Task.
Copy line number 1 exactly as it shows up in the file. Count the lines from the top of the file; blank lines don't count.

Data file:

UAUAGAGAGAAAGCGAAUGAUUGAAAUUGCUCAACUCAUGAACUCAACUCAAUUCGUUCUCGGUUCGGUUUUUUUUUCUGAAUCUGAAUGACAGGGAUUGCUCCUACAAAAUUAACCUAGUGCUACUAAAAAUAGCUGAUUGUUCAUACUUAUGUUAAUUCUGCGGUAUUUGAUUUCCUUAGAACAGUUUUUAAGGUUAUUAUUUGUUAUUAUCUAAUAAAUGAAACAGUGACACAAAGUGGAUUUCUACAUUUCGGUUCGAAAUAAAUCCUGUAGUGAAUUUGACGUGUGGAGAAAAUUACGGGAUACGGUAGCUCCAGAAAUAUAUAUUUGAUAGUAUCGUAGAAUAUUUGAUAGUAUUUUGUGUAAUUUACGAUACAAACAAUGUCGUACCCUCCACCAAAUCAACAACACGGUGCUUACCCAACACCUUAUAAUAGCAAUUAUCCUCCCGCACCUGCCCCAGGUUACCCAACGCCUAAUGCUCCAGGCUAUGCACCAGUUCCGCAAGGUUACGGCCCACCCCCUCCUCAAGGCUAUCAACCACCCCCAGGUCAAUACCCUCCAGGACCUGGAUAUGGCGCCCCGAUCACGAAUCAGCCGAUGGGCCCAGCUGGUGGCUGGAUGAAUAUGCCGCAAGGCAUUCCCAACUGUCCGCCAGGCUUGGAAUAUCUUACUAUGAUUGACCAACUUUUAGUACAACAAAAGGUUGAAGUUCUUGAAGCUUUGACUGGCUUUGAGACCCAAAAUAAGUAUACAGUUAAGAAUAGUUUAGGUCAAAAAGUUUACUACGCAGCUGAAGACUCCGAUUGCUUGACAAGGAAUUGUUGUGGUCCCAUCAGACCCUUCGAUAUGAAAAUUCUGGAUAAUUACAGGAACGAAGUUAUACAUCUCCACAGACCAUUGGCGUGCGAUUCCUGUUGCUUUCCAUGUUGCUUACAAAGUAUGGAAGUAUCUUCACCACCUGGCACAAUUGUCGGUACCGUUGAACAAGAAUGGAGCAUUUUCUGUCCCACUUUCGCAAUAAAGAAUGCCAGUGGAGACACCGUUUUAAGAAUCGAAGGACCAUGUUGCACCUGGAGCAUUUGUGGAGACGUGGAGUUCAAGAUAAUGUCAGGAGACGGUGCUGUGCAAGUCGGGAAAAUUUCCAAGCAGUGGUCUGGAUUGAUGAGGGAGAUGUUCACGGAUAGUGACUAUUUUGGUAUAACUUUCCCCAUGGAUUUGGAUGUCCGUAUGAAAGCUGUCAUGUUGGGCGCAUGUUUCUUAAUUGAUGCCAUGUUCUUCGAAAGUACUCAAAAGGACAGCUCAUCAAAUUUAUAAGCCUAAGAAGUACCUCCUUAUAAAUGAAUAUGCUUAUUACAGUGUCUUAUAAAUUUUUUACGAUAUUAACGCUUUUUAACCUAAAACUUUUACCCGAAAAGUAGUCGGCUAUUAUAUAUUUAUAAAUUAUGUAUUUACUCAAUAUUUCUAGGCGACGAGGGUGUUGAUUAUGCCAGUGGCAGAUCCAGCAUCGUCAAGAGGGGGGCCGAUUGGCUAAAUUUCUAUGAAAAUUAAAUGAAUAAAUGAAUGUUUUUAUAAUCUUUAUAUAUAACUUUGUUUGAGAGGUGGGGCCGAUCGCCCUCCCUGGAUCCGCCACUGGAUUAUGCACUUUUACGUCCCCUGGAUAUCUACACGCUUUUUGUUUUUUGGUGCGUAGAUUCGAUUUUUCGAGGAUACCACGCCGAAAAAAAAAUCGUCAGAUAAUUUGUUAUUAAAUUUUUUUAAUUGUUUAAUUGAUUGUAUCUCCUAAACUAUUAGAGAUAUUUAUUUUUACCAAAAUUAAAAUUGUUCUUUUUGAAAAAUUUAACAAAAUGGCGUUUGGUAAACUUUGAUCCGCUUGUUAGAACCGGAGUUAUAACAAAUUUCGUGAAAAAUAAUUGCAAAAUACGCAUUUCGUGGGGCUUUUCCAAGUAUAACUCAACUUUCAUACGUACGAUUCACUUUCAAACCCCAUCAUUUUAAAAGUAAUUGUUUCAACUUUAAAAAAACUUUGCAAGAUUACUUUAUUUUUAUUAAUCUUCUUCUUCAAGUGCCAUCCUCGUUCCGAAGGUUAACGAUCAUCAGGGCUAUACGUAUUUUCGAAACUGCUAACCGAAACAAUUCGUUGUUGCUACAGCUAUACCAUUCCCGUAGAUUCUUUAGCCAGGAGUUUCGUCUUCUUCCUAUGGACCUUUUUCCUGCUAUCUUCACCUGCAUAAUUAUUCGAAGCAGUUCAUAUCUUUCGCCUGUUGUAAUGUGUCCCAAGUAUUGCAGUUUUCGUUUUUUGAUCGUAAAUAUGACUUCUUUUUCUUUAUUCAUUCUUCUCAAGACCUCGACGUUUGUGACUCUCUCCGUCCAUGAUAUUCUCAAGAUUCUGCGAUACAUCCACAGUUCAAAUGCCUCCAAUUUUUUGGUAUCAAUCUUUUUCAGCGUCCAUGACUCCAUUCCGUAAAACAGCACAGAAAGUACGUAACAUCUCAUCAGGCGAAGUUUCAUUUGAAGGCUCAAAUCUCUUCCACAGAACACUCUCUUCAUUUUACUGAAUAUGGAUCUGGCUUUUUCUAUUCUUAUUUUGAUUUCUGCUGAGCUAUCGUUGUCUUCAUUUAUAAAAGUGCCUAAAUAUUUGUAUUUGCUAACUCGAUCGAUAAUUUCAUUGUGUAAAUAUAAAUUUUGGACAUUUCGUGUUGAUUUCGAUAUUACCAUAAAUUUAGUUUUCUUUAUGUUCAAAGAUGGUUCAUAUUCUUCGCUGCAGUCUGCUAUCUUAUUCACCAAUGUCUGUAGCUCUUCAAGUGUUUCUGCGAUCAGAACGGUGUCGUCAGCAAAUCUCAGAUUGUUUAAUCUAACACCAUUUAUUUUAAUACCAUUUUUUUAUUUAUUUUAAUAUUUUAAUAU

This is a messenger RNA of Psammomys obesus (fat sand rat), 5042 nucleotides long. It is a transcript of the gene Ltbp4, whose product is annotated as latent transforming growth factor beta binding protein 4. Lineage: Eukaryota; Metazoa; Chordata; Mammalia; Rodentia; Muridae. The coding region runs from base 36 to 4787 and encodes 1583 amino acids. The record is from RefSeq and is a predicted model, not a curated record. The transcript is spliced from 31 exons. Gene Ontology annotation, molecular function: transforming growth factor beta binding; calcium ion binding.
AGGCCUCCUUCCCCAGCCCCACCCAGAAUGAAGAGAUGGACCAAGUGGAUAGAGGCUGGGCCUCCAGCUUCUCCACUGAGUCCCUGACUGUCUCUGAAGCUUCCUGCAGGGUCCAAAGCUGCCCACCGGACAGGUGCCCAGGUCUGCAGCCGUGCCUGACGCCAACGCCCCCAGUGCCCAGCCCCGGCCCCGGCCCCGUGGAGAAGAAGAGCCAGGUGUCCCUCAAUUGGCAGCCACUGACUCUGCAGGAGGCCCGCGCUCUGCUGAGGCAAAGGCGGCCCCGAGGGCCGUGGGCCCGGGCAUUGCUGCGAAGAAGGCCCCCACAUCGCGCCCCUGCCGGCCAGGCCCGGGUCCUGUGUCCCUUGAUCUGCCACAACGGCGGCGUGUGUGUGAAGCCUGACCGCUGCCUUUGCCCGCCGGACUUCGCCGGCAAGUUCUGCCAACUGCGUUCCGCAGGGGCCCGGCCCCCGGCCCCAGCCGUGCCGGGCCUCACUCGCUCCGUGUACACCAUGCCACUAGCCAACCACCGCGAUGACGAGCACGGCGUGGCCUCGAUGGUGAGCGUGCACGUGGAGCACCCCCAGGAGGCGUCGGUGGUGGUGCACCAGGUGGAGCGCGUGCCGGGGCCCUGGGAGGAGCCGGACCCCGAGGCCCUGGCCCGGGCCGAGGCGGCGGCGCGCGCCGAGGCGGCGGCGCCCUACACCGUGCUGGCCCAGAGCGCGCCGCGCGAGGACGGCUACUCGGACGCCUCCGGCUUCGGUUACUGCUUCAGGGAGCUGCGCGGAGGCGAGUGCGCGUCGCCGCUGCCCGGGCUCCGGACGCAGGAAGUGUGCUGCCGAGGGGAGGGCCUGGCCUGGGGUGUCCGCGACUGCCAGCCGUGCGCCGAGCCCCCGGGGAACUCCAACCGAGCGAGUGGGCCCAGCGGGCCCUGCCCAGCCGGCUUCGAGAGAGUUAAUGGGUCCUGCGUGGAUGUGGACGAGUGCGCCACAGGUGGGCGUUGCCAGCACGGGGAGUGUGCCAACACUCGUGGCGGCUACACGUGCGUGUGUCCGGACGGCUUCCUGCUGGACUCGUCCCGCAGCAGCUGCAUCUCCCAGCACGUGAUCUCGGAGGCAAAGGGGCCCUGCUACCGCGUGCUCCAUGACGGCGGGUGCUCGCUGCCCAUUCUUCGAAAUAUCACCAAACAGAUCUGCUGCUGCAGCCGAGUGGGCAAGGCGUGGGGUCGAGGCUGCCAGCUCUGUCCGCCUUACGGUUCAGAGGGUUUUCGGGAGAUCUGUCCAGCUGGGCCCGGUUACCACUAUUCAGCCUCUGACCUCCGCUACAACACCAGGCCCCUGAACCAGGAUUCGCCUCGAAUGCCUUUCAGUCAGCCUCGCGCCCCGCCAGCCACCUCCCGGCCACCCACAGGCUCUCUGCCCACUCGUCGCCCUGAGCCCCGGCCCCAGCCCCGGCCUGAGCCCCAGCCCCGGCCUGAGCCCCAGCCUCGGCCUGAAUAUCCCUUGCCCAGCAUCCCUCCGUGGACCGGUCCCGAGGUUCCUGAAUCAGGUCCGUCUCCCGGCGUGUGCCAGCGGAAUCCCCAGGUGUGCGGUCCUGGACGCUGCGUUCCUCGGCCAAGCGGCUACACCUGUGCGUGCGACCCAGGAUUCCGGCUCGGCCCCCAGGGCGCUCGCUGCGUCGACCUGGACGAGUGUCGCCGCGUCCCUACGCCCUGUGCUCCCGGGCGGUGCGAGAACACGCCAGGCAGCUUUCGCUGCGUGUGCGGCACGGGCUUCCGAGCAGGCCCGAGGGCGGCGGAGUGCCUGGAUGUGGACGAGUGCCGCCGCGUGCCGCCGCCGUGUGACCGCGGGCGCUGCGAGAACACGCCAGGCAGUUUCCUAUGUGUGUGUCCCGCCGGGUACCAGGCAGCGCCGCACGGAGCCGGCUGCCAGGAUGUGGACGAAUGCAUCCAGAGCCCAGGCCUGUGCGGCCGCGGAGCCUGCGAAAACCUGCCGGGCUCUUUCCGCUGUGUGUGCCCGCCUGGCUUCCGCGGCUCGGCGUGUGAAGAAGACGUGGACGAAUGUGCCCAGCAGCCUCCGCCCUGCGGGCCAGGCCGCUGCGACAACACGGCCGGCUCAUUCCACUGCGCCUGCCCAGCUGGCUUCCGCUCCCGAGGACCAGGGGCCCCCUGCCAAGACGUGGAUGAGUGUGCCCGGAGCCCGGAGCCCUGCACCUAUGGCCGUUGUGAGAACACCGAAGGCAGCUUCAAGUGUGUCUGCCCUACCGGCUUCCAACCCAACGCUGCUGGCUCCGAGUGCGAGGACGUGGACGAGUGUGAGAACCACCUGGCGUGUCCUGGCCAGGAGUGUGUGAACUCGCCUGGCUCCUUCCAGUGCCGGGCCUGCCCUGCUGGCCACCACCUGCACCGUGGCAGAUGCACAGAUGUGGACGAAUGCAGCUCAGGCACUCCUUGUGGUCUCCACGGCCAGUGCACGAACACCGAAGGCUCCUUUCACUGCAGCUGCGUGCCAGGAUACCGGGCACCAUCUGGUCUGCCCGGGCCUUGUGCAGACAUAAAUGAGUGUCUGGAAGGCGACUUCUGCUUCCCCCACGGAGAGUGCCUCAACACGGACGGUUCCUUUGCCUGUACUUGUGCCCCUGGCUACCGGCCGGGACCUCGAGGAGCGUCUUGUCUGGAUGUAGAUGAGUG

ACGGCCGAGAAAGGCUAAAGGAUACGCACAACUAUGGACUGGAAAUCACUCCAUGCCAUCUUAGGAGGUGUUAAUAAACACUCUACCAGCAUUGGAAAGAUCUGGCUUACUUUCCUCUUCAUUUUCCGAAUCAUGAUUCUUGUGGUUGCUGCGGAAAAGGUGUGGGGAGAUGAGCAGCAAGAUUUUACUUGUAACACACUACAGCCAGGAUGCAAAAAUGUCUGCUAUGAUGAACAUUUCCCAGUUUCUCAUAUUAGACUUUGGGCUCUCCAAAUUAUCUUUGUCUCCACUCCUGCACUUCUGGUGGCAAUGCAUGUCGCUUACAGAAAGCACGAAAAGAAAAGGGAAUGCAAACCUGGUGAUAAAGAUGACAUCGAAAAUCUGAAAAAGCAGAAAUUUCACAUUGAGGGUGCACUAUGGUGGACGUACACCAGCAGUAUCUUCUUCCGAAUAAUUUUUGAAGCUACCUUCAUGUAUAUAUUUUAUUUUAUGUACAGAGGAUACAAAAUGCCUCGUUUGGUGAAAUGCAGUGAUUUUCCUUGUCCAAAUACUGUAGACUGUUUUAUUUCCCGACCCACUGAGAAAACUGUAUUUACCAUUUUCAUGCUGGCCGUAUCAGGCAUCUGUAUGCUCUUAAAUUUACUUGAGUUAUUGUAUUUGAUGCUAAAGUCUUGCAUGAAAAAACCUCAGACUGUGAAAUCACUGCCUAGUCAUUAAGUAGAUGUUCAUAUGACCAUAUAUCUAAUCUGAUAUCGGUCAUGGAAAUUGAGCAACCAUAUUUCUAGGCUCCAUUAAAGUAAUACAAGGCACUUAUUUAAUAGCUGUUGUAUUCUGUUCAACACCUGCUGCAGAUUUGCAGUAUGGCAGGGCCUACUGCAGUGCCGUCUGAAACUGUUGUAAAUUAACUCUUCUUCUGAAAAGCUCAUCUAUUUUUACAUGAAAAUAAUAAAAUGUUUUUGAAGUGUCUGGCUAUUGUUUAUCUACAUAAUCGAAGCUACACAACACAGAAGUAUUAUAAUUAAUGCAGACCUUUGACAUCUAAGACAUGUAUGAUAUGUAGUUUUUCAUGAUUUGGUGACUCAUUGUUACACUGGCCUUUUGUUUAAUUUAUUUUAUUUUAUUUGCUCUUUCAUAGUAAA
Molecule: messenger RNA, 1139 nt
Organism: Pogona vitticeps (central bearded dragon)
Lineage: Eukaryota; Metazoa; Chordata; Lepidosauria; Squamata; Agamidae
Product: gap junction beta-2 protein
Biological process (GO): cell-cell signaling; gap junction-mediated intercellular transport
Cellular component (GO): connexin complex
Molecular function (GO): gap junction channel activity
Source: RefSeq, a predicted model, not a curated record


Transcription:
UAUAGAGAGAAAGCGAAUGAUUGAAAUUGCUCAACUCAUGAACUCAACUCAAUUCGUUCUCGGUUCGGUUUUUUUUUCUGAAUCUGAAUGACAGGGAUUGCUCCUACAAAAUUAACCUAGUGCUACUAAAAAUAGCUGAUUGUUCAUACUUAUGUUAAUUCUGCGGUAUUUGAUUUCCUUAGAACAGUUUUUAAGGUUAUUAUUUGUUAUUAUCUAAUAAAUGAAACAGUGACACAAAGUGGAUUUCUACAUUUCGGUUCGAAAUAAAUCCUGUAGUGAAUUUGACGUGUGGAGAAAAUUACGGGAUACGGUAGCUCCAGAAAUAUAUAUUUGAUAGUAUCGUAGAAUAUUUGAUAGUAUUUUGUGUAAUUUACGAUACAAACAAUGUCGUACCCUCCACCAAAUCAACAACACGGUGCUUACCCAACACCUUAUAAUAGCAAUUAUCCUCCCGCACCUGCCCCAGGUUACCCAACGCCUAAUGCUCCAGGCUAUGCACCAGUUCCGCAAGGUUACGGCCCACCCCCUCCUCAAGGCUAUCAACCACCCCCAGGUCAAUACCCUCCAGGACCUGGAUAUGGCGCCCCGAUCACGAAUCAGCCGAUGGGCCCAGCUGGUGGCUGGAUGAAUAUGCCGCAAGGCAUUCCCAACUGUCCGCCAGGCUUGGAAUAUCUUACUAUGAUUGACCAACUUUUAGUACAACAAAAGGUUGAAGUUCUUGAAGCUUUGACUGGCUUUGAGACCCAAAAUAAGUAUACAGUUAAGAAUAGUUUAGGUCAAAAAGUUUACUACGCAGCUGAAGACUCCGAUUGCUUGACAAGGAAUUGUUGUGGUCCCAUCAGACCCUUCGAUAUGAAAAUUCUGGAUAAUUACAGGAACGAAGUUAUACAUCUCCACAGACCAUUGGCGUGCGAUUCCUGUUGCUUUCCAUGUUGCUUACAAAGUAUGGAAGUAUCUUCACCACCUGGCACAAUUGUCGGUACCGUUGAACAAGAAUGGAGCAUUUUCUGUCCCACUUUCGCAAUAAAGAAUGCCAGUGGAGACACCGUUUUAAGAAUCGAAGGACCAUGUUGCACCUGGAGCAUUUGUGGAGACGUGGAGUUCAAGAUAAUGUCAGGAGACGGUGCUGUGCAAGUCGGGAAAAUUUCCAAGCAGUGGUCUGGAUUGAUGAGGGAGAUGUUCACGGAUAGUGACUAUUUUGGUAUAACUUUCCCCAUGGAUUUGGAUGUCCGUAUGAAAGCUGUCAUGUUGGGCGCAUGUUUCUUAAUUGAUGCCAUGUUCUUCGAAAGUACUCAAAAGGACAGCUCAUCAAAUUUAUAAGCCUAAGAAGUACCUCCUUAUAAAUGAAUAUGCUUAUUACAGUGUCUUAUAAAUUUUUUACGAUAUUAACGCUUUUUAACCUAAAACUUUUACCCGAAAAGUAGUCGGCUAUUAUAUAUUUAUAAAUUAUGUAUUUACUCAAUAUUUCUAGGCGACGAGGGUGUUGAUUAUGCCAGUGGCAGAUCCAGCAUCGUCAAGAGGGGGGCCGAUUGGCUAAAUUUCUAUGAAAAUUAAAUGAAUAAAUGAAUGUUUUUAUAAUCUUUAUAUAUAACUUUGUUUGAGAGGUGGGGCCGAUCGCCCUCCCUGGAUCCGCCACUGGAUUAUGCACUUUUACGUCCCCUGGAUAUCUACACGCUUUUUGUUUUUUGGUGCGUAGAUUCGAUUUUUCGAGGAUACCACGCCGAAAAAAAAAUCGUCAGAUAAUUUGUUAUUAAAUUUUUUUAAUUGUUUAAUUGAUUGUAUCUCCUAAACUAUUAGAGAUAUUUAUUUUUACCAAAAUUAAAAUUGUUCUUUUUGAAAAAUUUAACAAAAUGGCGUUUGGUAAACUUUGAUCCGCUUGUUAGAACCGGAGUUAUAACAAAUUUCGUGAAAAAUAAUUGCAAAAUACGCAUUUCGUGGGGCUUUUCCAAGUAUAACUCAACUUUCAUACGUACGAUUCACUUUCAAACCCCAUCAUUUUAAAAGUAAUUGUUUCAACUUUAAAAAAACUUUGCAAGAUUACUUUAUUUUUAUUAAUCUUCUUCUUCAAGUGCCAUCCUCGUUCCGAAGGUUAACGAUCAUCAGGGCUAUACGUAUUUUCGAAACUGCUAACCGAAACAAUUCGUUGUUGCUACAGCUAUACCAUUCCCGUAGAUUCUUUAGCCAGGAGUUUCGUCUUCUUCCUAUGGACCUUUUUCCUGCUAUCUUCACCUGCAUAAUUAUUCGAAGCAGUUCAUAUCUUUCGCCUGUUGUAAUGUGUCCCAAGUAUUGCAGUUUUCGUUUUUUGAUCGUAAAUAUGACUUCUUUUUCUUUAUUCAUUCUUCUCAAGACCUCGACGUUUGUGACUCUCUCCGUCCAUGAUAUUCUCAAGAUUCUGCGAUACAUCCACAGUUCAAAUGCCUCCAAUUUUUUGGUAUCAAUCUUUUUCAGCGUCCAUGACUCCAUUCCGUAAAACAGCACAGAAAGUACGUAACAUCUCAUCAGGCGAAGUUUCAUUUGAAGGCUCAAAUCUCUUCCACAGAACACUCUCUUCAUUUUACUGAAUAUGGAUCUGGCUUUUUCUAUUCUUAUUUUGAUUUCUGCUGAGCUAUCGUUGUCUUCAUUUAUAAAAGUGCCUAAAUAUUUGUAUUUGCUAACUCGAUCGAUAAUUUCAUUGUGUAAAUAUAAAUUUUGGACAUUUCGUGUUGAUUUCGAUAUUACCAUAAAUUUAGUUUUCUUUAUGUUCAAAGAUGGUUCAUAUUCUUCGCUGCAGUCUGCUAUCUUAUUCACCAAUGUCUGUAGCUCUUCAAGUGUUUCUGCGAUCAGAACGGUGUCGUCAGCAAAUCUCAGAUUGUUUAAUCUAACACCAUUUAUUUUAAUACCAUUUUUUUAUUUAUUUUAAUAUUUUAAUAU